ONE in three Scottish households are now suffering from fuel poverty, new research has found.

The study of more than 11,000 people by the Big Energy Switch campaign found that 32 per cent of people either meet or exceed the basic definition of fuel poverty, 18 per cent of which are either living in extreme or severe fuel poverty.

According to BES energy, prices in Scotland have risen four times faster than household incomes since 2003, plunging an increasing number of people into difficult situations.

A household is defined as in fuel poverty if more than 10 per cent of the household income is spent on energy. If a household spends more than 20 per cent of its income on energy it is then classed as being in extreme fuel poverty.

Big Energy Switch campaign director Michael Stewart said the survey was a reminder of the “real crisis” which is taking place across the country.

He said: “This survey highlights the huge level of financial strain spiralling energy prices are placing on household budgets in Scotland. The fact that one in three households are now in fuel poverty means much more needs to be done to help families meet the ever-rising cost of energy bills.”

“Sometimes it takes cold hard statistics like these to remind us that community concern about rising energy prices is not just the usual billing gripes, this is real crisis for many hard working families that simply cannot make ends meet with energy prices this high,” Stewart said.

Callum McCaig MP, the SNP’s Energy and Climate Change spokesperson at Westminster, said that the current measures designed to tackle fuel poverty are only making the situation worse.

McCaig said: “It is ridiculous that in a country as energy-rich as Scotland so many people suffer from fuel poverty.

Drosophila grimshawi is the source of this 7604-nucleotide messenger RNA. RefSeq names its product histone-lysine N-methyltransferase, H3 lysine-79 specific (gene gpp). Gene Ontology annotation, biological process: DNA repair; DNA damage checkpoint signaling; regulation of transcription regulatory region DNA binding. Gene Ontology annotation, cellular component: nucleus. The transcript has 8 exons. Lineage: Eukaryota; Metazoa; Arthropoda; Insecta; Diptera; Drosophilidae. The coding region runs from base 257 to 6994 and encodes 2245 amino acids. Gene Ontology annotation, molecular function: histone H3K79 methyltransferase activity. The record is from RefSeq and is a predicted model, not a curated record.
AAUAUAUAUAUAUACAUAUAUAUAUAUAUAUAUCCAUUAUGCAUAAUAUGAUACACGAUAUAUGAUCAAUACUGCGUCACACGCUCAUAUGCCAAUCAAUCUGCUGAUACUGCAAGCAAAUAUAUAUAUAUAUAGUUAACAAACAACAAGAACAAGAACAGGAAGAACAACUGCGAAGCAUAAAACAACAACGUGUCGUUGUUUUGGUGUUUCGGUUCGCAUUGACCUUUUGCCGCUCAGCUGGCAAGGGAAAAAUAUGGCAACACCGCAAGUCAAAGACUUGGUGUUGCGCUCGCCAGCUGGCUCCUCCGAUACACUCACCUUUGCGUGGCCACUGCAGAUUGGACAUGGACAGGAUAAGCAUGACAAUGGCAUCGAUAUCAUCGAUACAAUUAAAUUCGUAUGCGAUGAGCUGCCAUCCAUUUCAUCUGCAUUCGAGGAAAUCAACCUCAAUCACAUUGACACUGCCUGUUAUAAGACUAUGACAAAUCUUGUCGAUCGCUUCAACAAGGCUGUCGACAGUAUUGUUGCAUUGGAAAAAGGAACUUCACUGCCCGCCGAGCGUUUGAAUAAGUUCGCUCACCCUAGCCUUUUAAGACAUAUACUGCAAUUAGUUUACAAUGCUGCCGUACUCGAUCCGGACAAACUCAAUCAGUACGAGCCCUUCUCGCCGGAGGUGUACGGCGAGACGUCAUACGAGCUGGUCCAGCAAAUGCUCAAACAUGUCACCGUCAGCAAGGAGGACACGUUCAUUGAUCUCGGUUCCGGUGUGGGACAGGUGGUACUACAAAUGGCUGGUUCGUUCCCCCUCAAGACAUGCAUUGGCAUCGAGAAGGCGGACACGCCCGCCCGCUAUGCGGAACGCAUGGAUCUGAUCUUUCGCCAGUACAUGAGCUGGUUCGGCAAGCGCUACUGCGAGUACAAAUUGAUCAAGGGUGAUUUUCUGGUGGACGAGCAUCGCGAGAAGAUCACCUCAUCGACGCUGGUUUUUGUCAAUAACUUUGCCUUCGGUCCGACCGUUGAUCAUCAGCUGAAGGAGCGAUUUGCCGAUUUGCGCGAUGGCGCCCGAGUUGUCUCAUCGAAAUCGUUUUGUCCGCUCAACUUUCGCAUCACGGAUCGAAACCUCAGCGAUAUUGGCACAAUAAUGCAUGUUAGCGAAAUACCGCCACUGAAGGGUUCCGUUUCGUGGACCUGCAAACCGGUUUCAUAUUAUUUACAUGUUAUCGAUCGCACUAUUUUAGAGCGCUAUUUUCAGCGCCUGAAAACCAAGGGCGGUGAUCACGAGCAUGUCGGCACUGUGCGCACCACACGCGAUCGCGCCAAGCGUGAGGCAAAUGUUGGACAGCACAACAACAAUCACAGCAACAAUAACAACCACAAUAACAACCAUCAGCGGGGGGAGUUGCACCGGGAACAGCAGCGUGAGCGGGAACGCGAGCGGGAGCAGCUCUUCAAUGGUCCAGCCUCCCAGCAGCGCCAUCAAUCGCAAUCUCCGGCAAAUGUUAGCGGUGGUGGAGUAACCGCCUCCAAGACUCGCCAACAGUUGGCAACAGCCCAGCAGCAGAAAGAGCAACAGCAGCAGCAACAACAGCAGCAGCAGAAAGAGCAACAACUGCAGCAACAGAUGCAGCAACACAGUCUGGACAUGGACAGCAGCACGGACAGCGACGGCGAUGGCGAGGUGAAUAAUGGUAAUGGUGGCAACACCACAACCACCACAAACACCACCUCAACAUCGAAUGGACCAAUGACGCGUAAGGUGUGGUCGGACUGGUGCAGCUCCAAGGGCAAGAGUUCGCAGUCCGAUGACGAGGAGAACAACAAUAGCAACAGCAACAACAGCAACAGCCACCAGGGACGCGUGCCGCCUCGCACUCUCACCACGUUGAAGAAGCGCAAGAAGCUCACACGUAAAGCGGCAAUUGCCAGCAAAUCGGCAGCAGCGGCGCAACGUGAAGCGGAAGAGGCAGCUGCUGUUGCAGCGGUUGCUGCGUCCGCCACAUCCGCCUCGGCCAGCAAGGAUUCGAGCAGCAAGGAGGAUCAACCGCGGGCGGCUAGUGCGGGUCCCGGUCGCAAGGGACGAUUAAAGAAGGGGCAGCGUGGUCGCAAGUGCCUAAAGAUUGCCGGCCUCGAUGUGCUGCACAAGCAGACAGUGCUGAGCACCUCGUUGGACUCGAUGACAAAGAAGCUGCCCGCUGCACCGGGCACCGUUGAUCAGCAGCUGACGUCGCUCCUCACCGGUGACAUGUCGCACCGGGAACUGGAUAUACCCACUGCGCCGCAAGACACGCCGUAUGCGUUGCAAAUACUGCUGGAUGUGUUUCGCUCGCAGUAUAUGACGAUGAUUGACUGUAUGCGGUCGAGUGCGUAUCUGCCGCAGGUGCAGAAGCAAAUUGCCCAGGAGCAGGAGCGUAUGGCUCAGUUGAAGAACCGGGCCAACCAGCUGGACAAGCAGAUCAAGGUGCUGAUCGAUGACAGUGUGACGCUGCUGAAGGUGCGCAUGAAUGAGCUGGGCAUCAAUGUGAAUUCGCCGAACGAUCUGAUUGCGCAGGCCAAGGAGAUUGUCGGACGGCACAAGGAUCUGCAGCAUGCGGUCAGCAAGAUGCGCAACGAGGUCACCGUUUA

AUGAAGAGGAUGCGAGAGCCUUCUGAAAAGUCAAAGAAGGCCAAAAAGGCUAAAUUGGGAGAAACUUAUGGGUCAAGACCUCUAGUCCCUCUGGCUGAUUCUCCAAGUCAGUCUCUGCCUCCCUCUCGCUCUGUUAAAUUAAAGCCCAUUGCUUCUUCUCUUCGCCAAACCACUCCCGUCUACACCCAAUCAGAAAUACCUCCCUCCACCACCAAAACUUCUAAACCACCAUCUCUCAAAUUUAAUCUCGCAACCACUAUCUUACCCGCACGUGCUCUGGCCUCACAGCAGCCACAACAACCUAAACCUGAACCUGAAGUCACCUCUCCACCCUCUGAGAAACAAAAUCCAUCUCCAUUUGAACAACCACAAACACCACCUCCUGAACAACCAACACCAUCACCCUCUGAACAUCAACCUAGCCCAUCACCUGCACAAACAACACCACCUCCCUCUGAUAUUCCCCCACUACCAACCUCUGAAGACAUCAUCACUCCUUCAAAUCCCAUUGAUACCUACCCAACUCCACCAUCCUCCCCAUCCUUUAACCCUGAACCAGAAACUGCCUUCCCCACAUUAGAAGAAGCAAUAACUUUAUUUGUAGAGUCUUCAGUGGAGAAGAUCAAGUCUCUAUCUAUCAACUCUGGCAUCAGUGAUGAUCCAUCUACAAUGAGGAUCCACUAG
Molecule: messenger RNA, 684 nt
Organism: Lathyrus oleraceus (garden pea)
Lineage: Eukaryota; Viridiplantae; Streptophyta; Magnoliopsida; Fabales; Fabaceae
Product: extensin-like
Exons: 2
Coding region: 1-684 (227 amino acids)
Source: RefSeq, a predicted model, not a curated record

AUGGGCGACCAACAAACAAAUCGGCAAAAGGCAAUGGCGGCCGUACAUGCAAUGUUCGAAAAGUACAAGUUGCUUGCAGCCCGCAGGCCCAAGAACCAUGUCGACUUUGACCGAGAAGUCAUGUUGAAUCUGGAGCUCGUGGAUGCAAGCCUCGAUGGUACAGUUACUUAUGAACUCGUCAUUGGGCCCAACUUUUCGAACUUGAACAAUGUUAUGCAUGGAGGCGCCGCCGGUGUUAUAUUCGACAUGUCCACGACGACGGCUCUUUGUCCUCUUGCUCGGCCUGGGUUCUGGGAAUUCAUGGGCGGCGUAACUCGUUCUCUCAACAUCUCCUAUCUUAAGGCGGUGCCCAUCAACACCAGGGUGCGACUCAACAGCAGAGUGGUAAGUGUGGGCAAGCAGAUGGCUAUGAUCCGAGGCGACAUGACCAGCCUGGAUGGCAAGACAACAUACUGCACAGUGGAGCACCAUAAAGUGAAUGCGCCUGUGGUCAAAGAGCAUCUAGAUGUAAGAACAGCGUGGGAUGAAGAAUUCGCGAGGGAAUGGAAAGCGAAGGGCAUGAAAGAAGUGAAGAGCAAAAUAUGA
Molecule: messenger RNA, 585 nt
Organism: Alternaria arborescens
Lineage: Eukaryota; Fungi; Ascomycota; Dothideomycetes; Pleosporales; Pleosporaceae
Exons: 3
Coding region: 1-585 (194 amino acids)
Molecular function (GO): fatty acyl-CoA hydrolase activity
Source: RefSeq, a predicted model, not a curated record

“The SNP believe that central government should fund the Energy Company Obligation, not hard-pressed households.

“This levy on household bills is put to good use in funding energy efficiency programmes to reduce fuel poverty. That work should continue but it makes no sense that a measure designed to tackle fuel poverty is instead driving up household energy bills and thus exacerbating fuel poverty,” he added.

Scottish Greens co-convenor and MSP Patrick Harvie said that although the results were “deeply disturbing”, they are not surprising, due to a “lack of action by successive governments”.

MSP Harvie said: “In addition to investment in community-owned renewables that offer a sustainable future in terms of energy supply and affordability, we must address the existing inefficiencies that contribute to ever-rising bills across Scotland.

“Energy-efficient homes should be a national infrastructure priority, and I was pleased that Green MSPs were able to secure agreement on this from Finance Secretary John Swinney during this year’s budget discussions.

“While increasing investment in fuel poverty measures by £20 million was a welcome step, it is still far short of what is really required. We must ramp up our efforts to eradicate this national scandal,” he said.